Just like westerns, comedies, musicals, science fiction, romantic pics, buddy pics, chick flicks or cops vs. criminals, World War II should be a movie genre unto itself, and not just a subgenre of the war movie category.
If I were a betting man, I’d wager that out of all the movies taking place in a war-related setting, the number of movies set just before, during or just after the end of WWII would be way more than the number of movies set during any other war.
WWII was so overwhelmingly and impactfully big that right now, almost 75 years since it ended, you can at this time see “Hacksaw Ridge” — a dramatized WWII movie — in a theater.
Since 2010, there have also been “Fury,” “Emperor,” “Unbroken,” “Captain America: The First Avenger,” “The Monuments Men,” “The Imitation Game,” “Oba: The Last Samurai,” “Red Tails,” “Persona Non Grata” — and before that but after the turn of the century, “Inglorious Basterds,” “The Pianist,” “Downfall,” “Stalingrad,” the two HBO miniseries “Band of Brothers” and “The Pacific,” “Enemy at the Gates,” “Pearl Harbor,” “Windtalkers,” “Flags of Our Fathers,” “Letters From Iwo Jima,” “The Boy in the Striped Pajamas,” and “Miracle at St. Anna.”
The two aforementioned lists are not complete and I make no judgments to the quality of any of those movies — I just want to illustrate the volume of stories from WWII. It’s overwhelming. (It’s also sad that since WWII ended, the U.S. has also fought in the Cold War, Korean War, Vietnam War, Desert Storm and continuing wars in Iraq, Afghanistan and Syria.)
Just like WWII still today has a ripple effect on American society overall, there are still reverberations from that war felt by today’s Japanese American community — after all, this month marks the 75th anniversary of President Franklin Roosevelt’s Executive Order 9066 arriving on the heels of the new American president issuing his own chaos-causing executive orders.
And what of movies about the WWII era and this community? Excluding documentaries, there have been since 2001 the following independently financed (not from the big Hollywood studios) movies: “American Pastime” and “Day of Independence” (both “internment”-related with baseball backstories) and “Only the Brave,” about Japanese American soldiers of the 100th Battalion/442nd Regimental Combat Team. None could be realistically construed as having moved the needle with the greater American community about the Japanese American experience during WWII, sad to say.
With no big studio interested presently in making a movie about the 442 (or the “internment,” for that matter), going the indie route has been and continues to be the only way to tell those stories, despite the astonishing achievements of the mostly Japanese American soldiers of the 100th/442nd.
Stacey Hayashi with an illustration from her comic book “Journey of Heroes.”
There has only been one such movie from a Hollywood studio, and that was MGM’s 1951 “Go for Broke!,” which starred the late Van Johnson, and as such, was really more about his journey from bigotry to brotherhood, with the Japanese American soldiers of 100th/442nd fighting the good fight in WWII while serving as his character’s vehicle for personal enlightenment.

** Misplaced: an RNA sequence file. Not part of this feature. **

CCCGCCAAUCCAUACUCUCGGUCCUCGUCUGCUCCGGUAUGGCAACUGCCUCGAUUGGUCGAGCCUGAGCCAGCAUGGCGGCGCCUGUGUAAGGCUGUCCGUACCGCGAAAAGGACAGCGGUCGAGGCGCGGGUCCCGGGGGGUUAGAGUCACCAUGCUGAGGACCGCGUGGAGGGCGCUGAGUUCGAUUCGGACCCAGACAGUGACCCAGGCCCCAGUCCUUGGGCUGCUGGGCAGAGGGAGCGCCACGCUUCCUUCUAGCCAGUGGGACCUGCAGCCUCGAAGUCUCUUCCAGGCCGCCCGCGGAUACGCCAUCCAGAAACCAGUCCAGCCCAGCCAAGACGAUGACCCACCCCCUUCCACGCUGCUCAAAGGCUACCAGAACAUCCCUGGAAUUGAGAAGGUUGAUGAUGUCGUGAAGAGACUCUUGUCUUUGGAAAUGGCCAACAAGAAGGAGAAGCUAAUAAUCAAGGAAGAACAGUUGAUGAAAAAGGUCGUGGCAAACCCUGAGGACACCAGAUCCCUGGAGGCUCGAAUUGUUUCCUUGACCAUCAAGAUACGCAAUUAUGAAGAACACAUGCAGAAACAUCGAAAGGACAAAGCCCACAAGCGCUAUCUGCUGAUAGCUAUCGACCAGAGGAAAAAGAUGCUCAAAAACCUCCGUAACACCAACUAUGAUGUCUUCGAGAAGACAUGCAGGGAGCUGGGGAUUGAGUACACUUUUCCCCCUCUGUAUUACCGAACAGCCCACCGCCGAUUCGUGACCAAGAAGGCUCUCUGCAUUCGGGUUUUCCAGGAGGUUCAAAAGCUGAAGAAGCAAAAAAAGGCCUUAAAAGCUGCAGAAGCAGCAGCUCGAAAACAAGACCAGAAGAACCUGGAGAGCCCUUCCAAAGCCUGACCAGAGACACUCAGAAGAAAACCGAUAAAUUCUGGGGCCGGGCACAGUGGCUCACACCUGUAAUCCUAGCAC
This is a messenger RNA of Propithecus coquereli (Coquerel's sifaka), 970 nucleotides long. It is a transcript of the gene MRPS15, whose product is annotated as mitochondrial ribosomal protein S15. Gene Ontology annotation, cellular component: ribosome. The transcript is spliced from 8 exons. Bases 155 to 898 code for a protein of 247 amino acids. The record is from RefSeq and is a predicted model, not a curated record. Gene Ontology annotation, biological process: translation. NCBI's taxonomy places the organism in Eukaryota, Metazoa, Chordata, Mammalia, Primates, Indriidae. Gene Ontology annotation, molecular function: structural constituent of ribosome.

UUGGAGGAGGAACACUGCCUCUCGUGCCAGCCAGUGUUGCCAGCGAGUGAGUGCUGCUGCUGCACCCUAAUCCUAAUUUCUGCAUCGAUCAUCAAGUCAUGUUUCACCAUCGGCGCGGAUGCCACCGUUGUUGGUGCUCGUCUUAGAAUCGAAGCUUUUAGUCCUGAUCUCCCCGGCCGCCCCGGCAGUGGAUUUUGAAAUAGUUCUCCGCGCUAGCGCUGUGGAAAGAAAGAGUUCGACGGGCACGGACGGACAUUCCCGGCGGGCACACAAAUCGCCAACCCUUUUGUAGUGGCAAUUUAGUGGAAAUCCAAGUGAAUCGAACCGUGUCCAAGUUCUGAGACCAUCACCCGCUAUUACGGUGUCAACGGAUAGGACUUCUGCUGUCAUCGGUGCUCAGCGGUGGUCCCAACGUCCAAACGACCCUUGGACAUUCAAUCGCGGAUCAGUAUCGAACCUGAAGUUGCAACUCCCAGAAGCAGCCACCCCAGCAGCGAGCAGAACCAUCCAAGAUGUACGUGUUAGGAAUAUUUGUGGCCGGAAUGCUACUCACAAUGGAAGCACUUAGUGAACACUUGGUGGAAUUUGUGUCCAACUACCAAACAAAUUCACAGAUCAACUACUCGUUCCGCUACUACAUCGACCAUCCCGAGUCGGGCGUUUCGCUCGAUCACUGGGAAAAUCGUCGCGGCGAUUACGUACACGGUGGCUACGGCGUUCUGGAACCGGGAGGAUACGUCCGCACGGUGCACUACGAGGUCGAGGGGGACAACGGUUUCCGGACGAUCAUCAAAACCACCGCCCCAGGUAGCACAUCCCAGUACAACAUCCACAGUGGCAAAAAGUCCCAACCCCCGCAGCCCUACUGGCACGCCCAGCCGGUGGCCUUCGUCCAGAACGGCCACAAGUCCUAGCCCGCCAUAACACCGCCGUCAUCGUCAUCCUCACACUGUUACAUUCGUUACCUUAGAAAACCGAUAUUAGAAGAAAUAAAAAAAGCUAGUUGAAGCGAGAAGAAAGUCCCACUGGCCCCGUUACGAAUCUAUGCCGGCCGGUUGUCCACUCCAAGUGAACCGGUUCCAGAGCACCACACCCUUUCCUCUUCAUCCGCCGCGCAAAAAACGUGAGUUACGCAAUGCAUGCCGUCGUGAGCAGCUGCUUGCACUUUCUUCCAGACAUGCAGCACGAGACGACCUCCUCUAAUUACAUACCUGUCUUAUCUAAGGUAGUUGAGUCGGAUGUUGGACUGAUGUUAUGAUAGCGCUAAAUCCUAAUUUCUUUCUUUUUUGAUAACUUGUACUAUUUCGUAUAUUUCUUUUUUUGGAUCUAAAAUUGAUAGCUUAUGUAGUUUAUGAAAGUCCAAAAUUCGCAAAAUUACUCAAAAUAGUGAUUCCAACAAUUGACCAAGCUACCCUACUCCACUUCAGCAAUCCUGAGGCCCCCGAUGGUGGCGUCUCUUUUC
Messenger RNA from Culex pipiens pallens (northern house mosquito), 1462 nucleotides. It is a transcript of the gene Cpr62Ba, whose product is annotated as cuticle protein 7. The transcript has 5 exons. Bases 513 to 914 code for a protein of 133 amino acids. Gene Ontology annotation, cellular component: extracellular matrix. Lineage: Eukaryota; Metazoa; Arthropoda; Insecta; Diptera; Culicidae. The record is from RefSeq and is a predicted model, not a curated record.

Now, however, there is cause for cautious celebration with another “Go for Broke” (note the lack of exclamation mark) in the works, and just from its pedigree, it’s more likely to focus on Japanese Americans, who of course should be the focus.
The big part of this new “Go for Broke’s” aforementioned pedigree is Hawaii’s Stacey Hayashi, who has dedicated the past 16 of her 41 years pushing to make a movie about the 100th/442nd, having made friends with many of its vets and, sadly, seeing many of them pass away over the years.
In last week’s column (http://tinyurl.com/jybkwoc), I spoke with director-actor Chris Tashima, who appears in this “GFB,” and he kindly connected Hayashi with me. She and I chatted about her incredible odyssey in trying to convey the 100th/442nd story to the masses.
Even in high school, Hayashi realized how much the 100th/442nd helped raise the social status of Japanese Americans in Hawaii after the war, having written a paper on that topic. (Incidentally, her parents are Sharon and Stanley Hayashi, and she has a younger brother, Stuart Hayashi.)
In addition to writing the screenplay and executive-producing this new “GFB,” Hayashi in 2013 also scripted and published a comic book, illustrated by Damon Wong, titled “Journey of Heroes: The Story of the 100th Infantry Battalion and 442nd Regimental Combat Team.” (See The Rafu Shimpo’s story at http://tinyurl.com/jhg6c7a) The comic is available at the Japanese American Museum Gift Shop (http://tinyurl.com/gs747m3) for $12.
“This movie and the comic book, this past five years, has pretty much taken over my life,” Hayashi said. While she has an Internet-based business, it’s been back-burnered as she has focused her energy and attention on the media-related projects. Realizing that she couldn’t put the lives of her veteran friends on hold, she prioritized producing these projects so at least some of her vet buddies could see them before the inevitable occurred.
That this new “GFB” has come this far is a story unto itself. In 2007, Hayashi applied through the 442nd Foundation for a “grants-in-aid” from the state of Hawaii for the movie project, which was approved, a rarity since “they never fund films,” she said. “It’s usually social service stuff.” It was for an amount less than what she eventually would receive, which would be about half a million dollars, a figure the expert on all things 442 felt was quite generous.
So while the first grant did get approved, Gov. Linda Lingle (who served 2002-10), according to Hayashi “just sat on it and she let it lapse. I was so disappointed.”
So, she tried again after speaking with legislator friends who also attended Sen. Daniel Inouye’s funeral in 2012 at the National Memo